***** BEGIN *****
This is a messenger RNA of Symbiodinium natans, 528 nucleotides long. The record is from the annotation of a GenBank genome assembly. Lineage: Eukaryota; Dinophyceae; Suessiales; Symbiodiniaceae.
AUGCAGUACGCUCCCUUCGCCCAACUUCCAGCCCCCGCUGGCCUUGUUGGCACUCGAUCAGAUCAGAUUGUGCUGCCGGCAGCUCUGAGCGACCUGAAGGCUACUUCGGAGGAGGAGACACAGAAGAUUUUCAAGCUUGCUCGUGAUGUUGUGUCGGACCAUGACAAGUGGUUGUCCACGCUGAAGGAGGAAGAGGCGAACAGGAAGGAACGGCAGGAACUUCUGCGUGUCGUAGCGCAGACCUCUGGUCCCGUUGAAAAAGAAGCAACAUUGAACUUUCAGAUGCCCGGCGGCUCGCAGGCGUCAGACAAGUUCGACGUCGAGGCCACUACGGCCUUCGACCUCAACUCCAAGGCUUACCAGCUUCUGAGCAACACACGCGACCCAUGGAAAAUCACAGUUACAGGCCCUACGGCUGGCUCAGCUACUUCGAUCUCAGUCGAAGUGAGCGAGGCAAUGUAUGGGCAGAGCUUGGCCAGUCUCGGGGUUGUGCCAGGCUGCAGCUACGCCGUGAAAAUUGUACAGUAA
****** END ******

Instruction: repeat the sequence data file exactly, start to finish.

This is a messenger RNA of Symbiodinium natans, 528 nucleotides long. The record is from the annotation of a GenBank genome assembly. Lineage: Eukaryota; Dinophyceae; Suessiales; Symbiodiniaceae.
AUGCAGUACGCUCCCUUCGCCCAACUUCCAGCCCCCGCUGGCCUUGUUGGCACUCGAUCAGAUCAGAUUGUGCUGCCGGCAGCUCUGAGCGACCUGAAGGCUACUUCGGAGGAGGAGACACAGAAGAUUUUCAAGCUUGCUCGUGAUGUUGUGUCGGACCAUGACAAGUGGUUGUCCACGCUGAAGGAGGAAGAGGCGAACAGGAAGGAACGGCAGGAACUUCUGCGUGUCGUAGCGCAGACCUCUGGUCCCGUUGAAAAAGAAGCAACAUUGAACUUUCAGAUGCCCGGCGGCUCGCAGGCGUCAGACAAGUUCGACGUCGAGGCCACUACGGCCUUCGACCUCAACUCCAAGGCUUACCAGCUUCUGAGCAACACACGCGACCCAUGGAAAAUCACAGUUACAGGCCCUACGGCUGGCUCAGCUACUUCGAUCUCAGUCGAAGUGAGCGAGGCAAUGUAUGGGCAGAGCUUGGCCAGUCUCGGGGUUGUGCCAGGCUGCAGCUACGCCGUGAAAAUUGUACAGUAA